Yet from his showroom tucked away in Milan’s Navigli canal district, the soft-spoken, bespectacled designer, a reluctant name-dropper, has dressed such celebrities as Leonardo DiCaprio, James Franco, Stanley Tucci, Ian McKellen, and — yes — the current Bond, Daniel Craig (who wore one of Mr. Alba’s shawl-collar cashmere sweaters during an appearance last March at the New York Theater Workshop). It was Mr. Craig, Ms. Gooday said, who suggested that they seek out Mr. Alba for the film wardrobe. The actor “had bought a pair of the designer’s needlecord jeans for his personal life,” she wrote in an email, and clearly liked them.
As to why, well, Mr. Alba ”doesn’t do mood-boards or second-guess the season’s fashionable color,” said David Coggins, author of the 2016 book “Men and Style.” But, “he’s a very enlightened designer, perfect for this enlightened Bond.”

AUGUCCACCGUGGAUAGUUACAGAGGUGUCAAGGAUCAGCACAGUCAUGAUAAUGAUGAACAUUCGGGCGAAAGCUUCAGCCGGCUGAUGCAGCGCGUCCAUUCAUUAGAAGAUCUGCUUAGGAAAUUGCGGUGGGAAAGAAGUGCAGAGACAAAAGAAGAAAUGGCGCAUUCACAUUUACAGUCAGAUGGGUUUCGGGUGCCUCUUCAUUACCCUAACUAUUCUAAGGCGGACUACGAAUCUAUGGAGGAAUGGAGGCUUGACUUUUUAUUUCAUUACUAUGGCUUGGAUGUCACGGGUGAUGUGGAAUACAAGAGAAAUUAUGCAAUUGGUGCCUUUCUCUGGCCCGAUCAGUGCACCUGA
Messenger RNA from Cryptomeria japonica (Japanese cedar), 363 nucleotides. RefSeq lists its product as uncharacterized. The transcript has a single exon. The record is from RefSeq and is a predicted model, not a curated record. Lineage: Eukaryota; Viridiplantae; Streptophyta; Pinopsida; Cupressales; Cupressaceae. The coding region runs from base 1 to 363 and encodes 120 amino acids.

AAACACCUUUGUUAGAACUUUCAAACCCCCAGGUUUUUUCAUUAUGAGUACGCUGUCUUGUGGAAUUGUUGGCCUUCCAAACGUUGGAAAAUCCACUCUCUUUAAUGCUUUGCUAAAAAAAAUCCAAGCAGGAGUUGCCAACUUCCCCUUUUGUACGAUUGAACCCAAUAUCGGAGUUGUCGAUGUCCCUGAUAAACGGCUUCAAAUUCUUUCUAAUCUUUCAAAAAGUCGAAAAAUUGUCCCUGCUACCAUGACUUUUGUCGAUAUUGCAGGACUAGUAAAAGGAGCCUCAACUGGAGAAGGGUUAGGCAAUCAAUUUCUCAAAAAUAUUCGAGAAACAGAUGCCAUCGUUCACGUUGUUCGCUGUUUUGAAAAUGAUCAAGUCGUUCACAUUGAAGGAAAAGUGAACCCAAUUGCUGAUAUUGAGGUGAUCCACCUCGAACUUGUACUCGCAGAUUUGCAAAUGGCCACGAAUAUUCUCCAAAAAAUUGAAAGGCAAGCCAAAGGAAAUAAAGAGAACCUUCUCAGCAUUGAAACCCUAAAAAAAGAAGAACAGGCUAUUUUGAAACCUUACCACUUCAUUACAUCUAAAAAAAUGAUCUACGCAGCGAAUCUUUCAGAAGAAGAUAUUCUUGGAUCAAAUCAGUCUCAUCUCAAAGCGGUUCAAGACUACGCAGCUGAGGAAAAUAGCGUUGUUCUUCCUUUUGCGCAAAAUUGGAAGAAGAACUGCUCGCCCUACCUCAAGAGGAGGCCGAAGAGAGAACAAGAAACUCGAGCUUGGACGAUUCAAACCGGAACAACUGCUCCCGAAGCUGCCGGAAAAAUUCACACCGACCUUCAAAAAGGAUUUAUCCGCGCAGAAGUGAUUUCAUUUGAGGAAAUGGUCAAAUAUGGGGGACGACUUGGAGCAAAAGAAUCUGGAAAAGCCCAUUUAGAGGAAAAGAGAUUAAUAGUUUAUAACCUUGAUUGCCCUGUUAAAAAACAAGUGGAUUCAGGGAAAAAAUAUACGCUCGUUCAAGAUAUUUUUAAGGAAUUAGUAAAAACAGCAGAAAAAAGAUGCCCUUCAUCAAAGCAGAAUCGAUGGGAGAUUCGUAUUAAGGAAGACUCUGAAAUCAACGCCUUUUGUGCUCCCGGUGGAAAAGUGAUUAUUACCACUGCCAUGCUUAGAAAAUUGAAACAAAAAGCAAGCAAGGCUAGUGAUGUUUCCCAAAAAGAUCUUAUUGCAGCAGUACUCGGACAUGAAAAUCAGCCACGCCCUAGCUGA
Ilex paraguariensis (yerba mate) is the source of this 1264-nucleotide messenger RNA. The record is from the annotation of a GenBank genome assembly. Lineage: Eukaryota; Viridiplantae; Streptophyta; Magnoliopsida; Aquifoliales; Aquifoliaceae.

This is a Bond, after all, that comes post-#MeToo and post-Brexit. “The world has moved on, Commander Bond,” a female agent, played by Lashana Lynch, says in an online teaser. After all, Prince Charles’ Aston Martin DB6 now runs on a cheese byproduct and old wine, and a suit-clad spook would stand out in a contemporary office filled with hoodies.
So how to give Bond a blast of the contemporary? Enter Mr. Alba.
”Informality is the key to my label,” said Mr. Alba, with his 10-year-old golden Labrador, Jasper, at his feet. “There’s nothing pressed or rigid,” he said of the watercolor-hued garments hanging around him.
“It’s the new safari suit,” the men’s wear designer Umit Benan said of Mr. Alba’s needlecord separates, in a reference to the safari jackets and shirt-jackets that were the off-duty looks of Roger Moore’s James Bond in the 1970s and early ’80s.